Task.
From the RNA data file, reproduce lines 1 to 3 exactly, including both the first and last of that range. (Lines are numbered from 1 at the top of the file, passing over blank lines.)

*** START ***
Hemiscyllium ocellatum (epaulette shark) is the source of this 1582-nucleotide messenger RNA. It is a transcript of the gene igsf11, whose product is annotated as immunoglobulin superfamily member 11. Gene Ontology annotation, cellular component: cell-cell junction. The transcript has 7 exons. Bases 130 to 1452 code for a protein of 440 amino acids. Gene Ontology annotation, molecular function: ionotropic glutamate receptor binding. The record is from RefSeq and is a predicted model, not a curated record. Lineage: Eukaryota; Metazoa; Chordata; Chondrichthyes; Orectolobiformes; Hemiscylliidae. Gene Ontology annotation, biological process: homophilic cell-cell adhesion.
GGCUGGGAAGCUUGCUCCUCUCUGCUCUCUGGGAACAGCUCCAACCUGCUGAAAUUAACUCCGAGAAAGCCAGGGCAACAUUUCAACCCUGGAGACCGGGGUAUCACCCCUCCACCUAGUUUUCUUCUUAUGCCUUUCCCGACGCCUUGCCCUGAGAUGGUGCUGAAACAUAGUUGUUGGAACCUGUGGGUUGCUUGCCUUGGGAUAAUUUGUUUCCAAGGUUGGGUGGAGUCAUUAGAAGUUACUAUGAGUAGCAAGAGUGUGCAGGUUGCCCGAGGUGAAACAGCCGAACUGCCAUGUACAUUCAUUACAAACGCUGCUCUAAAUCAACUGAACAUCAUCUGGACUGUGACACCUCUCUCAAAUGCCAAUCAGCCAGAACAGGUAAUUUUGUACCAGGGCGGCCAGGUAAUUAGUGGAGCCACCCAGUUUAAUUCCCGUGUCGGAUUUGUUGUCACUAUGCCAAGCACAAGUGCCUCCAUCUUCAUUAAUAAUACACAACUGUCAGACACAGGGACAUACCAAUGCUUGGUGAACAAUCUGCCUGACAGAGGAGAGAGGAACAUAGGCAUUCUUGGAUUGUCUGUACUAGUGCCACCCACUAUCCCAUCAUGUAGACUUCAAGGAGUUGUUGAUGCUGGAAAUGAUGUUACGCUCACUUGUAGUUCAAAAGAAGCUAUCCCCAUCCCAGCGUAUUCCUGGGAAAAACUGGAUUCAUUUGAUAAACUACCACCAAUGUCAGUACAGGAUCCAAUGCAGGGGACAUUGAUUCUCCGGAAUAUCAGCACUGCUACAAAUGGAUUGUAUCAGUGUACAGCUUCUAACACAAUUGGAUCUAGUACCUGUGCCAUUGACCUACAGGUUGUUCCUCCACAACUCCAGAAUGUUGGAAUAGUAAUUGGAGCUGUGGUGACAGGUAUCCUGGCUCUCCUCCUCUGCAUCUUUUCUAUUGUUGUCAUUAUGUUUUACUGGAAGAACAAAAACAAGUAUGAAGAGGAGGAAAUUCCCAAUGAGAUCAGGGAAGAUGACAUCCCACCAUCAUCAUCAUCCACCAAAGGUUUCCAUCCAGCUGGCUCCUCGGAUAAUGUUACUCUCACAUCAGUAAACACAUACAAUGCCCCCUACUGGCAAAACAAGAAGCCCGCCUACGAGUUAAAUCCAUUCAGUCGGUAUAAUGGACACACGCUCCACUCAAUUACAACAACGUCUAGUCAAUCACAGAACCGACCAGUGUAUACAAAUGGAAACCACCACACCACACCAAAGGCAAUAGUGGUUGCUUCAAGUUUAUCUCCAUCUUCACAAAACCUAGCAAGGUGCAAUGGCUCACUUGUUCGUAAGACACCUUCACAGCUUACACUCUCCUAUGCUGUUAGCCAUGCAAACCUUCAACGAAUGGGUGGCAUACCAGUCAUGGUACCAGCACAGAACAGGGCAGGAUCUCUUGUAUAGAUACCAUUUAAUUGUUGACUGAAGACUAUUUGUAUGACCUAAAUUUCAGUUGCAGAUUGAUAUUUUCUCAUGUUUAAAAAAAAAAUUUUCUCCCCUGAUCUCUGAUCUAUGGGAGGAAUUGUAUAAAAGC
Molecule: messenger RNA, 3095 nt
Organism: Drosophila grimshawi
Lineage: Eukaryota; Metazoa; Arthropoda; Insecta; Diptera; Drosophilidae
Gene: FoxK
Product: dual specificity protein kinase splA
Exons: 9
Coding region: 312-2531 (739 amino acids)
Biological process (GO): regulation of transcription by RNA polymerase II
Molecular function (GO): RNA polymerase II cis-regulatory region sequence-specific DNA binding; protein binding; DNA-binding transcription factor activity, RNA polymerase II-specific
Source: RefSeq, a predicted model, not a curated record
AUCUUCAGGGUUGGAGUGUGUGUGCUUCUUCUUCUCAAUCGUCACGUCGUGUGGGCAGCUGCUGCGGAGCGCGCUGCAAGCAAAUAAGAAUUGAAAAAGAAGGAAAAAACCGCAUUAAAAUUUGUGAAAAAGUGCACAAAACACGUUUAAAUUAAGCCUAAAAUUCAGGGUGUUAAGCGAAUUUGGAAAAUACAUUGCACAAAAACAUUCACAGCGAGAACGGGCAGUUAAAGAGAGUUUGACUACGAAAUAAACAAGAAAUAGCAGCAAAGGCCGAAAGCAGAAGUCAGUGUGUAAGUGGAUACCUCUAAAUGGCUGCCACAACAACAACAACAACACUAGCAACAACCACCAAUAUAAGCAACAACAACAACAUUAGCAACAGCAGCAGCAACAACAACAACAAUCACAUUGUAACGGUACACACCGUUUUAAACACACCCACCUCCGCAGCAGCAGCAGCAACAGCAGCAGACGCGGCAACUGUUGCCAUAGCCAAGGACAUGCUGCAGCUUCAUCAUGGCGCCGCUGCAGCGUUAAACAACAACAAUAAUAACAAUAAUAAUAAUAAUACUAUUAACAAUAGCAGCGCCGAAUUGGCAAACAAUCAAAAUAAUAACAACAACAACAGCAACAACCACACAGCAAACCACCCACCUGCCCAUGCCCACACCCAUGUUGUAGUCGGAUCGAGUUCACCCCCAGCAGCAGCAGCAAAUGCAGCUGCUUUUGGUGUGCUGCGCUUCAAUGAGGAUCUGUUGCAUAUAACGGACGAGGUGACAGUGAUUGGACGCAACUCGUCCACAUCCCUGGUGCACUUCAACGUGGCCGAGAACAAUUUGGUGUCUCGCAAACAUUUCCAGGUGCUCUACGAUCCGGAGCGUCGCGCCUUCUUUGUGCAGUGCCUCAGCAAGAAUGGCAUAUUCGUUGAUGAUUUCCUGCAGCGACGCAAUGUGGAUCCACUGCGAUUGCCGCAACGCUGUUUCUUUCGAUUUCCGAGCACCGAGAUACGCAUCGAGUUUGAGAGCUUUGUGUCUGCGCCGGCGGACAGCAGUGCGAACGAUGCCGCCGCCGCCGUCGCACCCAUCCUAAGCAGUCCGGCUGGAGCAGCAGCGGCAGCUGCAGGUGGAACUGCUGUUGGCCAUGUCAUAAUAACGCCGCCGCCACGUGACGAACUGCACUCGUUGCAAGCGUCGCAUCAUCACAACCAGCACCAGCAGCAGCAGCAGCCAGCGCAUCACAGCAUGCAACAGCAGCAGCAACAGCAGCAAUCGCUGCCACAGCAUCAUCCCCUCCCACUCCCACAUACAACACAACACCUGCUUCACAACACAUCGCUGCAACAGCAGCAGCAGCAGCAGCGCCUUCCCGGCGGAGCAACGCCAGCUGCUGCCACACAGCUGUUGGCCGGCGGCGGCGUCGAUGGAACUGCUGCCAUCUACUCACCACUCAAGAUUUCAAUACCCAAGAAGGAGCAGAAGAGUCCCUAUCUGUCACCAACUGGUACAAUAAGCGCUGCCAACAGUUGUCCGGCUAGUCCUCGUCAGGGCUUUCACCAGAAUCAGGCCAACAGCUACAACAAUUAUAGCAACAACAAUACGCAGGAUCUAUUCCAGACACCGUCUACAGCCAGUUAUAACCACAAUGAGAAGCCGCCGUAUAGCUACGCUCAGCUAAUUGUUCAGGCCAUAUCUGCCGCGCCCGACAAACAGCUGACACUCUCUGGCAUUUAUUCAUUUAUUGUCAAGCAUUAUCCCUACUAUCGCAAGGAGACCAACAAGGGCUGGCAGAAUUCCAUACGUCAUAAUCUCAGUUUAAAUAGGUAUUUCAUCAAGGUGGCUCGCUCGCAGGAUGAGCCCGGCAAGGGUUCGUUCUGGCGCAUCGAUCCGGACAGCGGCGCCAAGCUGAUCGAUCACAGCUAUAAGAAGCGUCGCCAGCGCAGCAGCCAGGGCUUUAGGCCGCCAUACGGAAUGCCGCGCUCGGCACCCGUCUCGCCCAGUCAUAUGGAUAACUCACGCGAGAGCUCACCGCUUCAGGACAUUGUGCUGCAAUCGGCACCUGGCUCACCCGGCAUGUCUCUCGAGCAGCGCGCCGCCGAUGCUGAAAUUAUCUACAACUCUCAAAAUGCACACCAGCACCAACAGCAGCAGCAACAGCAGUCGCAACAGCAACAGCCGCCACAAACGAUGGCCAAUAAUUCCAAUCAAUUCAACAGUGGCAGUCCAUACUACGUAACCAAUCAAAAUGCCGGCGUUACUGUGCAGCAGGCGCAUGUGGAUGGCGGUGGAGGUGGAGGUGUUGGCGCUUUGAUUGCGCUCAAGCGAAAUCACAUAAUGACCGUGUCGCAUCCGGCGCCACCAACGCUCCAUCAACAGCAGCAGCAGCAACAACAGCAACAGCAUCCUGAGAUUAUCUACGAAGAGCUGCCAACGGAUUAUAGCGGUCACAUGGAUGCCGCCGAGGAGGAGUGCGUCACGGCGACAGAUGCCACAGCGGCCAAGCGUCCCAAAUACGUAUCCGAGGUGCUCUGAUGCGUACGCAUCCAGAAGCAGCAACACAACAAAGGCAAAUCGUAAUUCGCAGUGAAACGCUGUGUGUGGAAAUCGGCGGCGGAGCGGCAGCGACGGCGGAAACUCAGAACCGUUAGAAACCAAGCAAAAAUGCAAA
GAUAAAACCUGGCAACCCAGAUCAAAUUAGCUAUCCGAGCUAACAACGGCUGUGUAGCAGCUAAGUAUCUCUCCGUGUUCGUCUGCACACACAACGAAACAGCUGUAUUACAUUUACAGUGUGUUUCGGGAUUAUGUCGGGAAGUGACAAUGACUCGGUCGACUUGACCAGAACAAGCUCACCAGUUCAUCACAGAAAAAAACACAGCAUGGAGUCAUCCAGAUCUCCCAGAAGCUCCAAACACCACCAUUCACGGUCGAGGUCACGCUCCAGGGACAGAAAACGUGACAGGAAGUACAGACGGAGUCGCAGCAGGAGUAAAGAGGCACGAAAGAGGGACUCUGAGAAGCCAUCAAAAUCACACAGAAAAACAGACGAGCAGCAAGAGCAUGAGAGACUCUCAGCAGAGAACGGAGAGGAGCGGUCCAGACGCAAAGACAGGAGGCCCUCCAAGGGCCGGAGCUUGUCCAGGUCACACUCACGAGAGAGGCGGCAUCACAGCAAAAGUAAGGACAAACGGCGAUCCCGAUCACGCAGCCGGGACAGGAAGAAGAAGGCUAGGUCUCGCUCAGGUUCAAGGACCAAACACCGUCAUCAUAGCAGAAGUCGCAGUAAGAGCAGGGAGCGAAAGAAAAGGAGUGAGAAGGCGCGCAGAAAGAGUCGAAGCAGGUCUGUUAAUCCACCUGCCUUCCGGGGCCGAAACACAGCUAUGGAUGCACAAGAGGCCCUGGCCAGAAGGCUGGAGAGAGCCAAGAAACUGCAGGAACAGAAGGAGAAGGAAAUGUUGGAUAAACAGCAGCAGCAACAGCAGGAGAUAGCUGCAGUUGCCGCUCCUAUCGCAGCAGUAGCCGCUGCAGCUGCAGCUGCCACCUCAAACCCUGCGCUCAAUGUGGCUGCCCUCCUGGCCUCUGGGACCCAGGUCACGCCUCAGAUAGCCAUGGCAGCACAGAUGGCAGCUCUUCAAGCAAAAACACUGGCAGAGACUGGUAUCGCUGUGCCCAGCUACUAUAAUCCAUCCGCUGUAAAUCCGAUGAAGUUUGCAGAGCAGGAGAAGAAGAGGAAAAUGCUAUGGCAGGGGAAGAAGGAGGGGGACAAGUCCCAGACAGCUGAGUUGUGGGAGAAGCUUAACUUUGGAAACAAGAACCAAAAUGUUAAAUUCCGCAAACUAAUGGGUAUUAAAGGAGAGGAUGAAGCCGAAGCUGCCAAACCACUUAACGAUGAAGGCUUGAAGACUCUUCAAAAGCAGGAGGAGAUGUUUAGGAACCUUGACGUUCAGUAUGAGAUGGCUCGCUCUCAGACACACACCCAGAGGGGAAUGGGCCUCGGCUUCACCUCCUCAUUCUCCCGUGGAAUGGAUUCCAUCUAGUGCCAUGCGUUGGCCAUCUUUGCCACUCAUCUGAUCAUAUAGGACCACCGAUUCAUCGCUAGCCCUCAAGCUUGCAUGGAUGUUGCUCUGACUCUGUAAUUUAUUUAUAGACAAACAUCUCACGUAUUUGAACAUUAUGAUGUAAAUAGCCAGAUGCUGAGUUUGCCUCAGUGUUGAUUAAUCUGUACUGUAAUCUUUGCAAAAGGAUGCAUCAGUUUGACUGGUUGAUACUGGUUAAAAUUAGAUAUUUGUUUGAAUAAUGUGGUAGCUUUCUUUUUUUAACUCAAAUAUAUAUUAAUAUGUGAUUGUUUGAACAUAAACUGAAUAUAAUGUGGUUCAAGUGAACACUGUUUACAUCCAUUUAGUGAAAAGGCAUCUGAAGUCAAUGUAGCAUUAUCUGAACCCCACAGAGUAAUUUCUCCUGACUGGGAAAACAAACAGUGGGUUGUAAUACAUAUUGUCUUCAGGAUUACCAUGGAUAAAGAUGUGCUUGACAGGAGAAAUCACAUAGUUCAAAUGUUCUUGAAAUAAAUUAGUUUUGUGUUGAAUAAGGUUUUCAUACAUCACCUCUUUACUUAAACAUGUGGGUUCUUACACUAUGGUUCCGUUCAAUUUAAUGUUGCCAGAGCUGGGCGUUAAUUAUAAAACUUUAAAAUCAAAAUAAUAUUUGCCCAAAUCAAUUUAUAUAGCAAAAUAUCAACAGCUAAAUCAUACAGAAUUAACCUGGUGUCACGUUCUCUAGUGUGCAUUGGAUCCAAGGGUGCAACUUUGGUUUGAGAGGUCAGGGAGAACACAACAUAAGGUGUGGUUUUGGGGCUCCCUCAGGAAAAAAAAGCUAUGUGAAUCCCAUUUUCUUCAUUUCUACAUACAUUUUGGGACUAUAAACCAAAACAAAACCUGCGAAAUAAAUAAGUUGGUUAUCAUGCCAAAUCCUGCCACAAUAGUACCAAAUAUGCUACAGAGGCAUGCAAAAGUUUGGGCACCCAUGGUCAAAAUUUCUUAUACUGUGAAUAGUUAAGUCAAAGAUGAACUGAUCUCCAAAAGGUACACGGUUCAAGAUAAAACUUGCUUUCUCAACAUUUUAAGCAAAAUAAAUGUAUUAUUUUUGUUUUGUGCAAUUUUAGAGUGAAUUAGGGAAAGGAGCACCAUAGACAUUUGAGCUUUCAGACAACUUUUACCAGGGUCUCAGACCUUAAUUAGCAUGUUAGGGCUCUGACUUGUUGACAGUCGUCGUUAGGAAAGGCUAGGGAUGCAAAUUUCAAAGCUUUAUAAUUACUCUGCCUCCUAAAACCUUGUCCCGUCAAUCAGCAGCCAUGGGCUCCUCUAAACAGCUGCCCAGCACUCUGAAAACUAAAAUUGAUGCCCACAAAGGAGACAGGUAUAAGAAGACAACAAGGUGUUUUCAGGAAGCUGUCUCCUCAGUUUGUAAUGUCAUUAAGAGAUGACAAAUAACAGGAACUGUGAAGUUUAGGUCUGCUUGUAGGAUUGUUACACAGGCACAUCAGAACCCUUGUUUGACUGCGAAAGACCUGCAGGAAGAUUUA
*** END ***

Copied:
Hemiscyllium ocellatum (epaulette shark) is the source of this 1582-nucleotide messenger RNA. It is a transcript of the gene igsf11, whose product is annotated as immunoglobulin superfamily member 11. Gene Ontology annotation, cellular component: cell-cell junction. The transcript has 7 exons. Bases 130 to 1452 code for a protein of 440 amino acids. Gene Ontology annotation, molecular function: ionotropic glutamate receptor binding. The record is from RefSeq and is a predicted model, not a curated record. Lineage: Eukaryota; Metazoa; Chordata; Chondrichthyes; Orectolobiformes; Hemiscylliidae. Gene Ontology annotation, biological process: homophilic cell-cell adhesion.
GGCUGGGAAGCUUGCUCCUCUCUGCUCUCUGGGAACAGCUCCAACCUGCUGAAAUUAACUCCGAGAAAGCCAGGGCAACAUUUCAACCCUGGAGACCGGGGUAUCACCCCUCCACCUAGUUUUCUUCUUAUGCCUUUCCCGACGCCUUGCCCUGAGAUGGUGCUGAAACAUAGUUGUUGGAACCUGUGGGUUGCUUGCCUUGGGAUAAUUUGUUUCCAAGGUUGGGUGGAGUCAUUAGAAGUUACUAUGAGUAGCAAGAGUGUGCAGGUUGCCCGAGGUGAAACAGCCGAACUGCCAUGUACAUUCAUUACAAACGCUGCUCUAAAUCAACUGAACAUCAUCUGGACUGUGACACCUCUCUCAAAUGCCAAUCAGCCAGAACAGGUAAUUUUGUACCAGGGCGGCCAGGUAAUUAGUGGAGCCACCCAGUUUAAUUCCCGUGUCGGAUUUGUUGUCACUAUGCCAAGCACAAGUGCCUCCAUCUUCAUUAAUAAUACACAACUGUCAGACACAGGGACAUACCAAUGCUUGGUGAACAAUCUGCCUGACAGAGGAGAGAGGAACAUAGGCAUUCUUGGAUUGUCUGUACUAGUGCCACCCACUAUCCCAUCAUGUAGACUUCAAGGAGUUGUUGAUGCUGGAAAUGAUGUUACGCUCACUUGUAGUUCAAAAGAAGCUAUCCCCAUCCCAGCGUAUUCCUGGGAAAAACUGGAUUCAUUUGAUAAACUACCACCAAUGUCAGUACAGGAUCCAAUGCAGGGGACAUUGAUUCUCCGGAAUAUCAGCACUGCUACAAAUGGAUUGUAUCAGUGUACAGCUUCUAACACAAUUGGAUCUAGUACCUGUGCCAUUGACCUACAGGUUGUUCCUCCACAACUCCAGAAUGUUGGAAUAGUAAUUGGAGCUGUGGUGACAGGUAUCCUGGCUCUCCUCCUCUGCAUCUUUUCUAUUGUUGUCAUUAUGUUUUACUGGAAGAACAAAAACAAGUAUGAAGAGGAGGAAAUUCCCAAUGAGAUCAGGGAAGAUGACAUCCCACCAUCAUCAUCAUCCACCAAAGGUUUCCAUCCAGCUGGCUCCUCGGAUAAUGUUACUCUCACAUCAGUAAACACAUACAAUGCCCCCUACUGGCAAAACAAGAAGCCCGCCUACGAGUUAAAUCCAUUCAGUCGGUAUAAUGGACACACGCUCCACUCAAUUACAACAACGUCUAGUCAAUCACAGAACCGACCAGUGUAUACAAAUGGAAACCACCACACCACACCAAAGGCAAUAGUGGUUGCUUCAAGUUUAUCUCCAUCUUCACAAAACCUAGCAAGGUGCAAUGGCUCACUUGUUCGUAAGACACCUUCACAGCUUACACUCUCCUAUGCUGUUAGCCAUGCAAACCUUCAACGAAUGGGUGGCAUACCAGUCAUGGUACCAGCACAGAACAGGGCAGGAUCUCUUGUAUAGAUACCAUUUAAUUGUUGACUGAAGACUAUUUGUAUGACCUAAAUUUCAGUUGCAGAUUGAUAUUUUCUCAUGUUUAAAAAAAAAAUUUUCUCCCCUGAUCUCUGAUCUAUGGGAGGAAUUGUAUAAAAGC
Molecule: messenger RNA, 3095 nt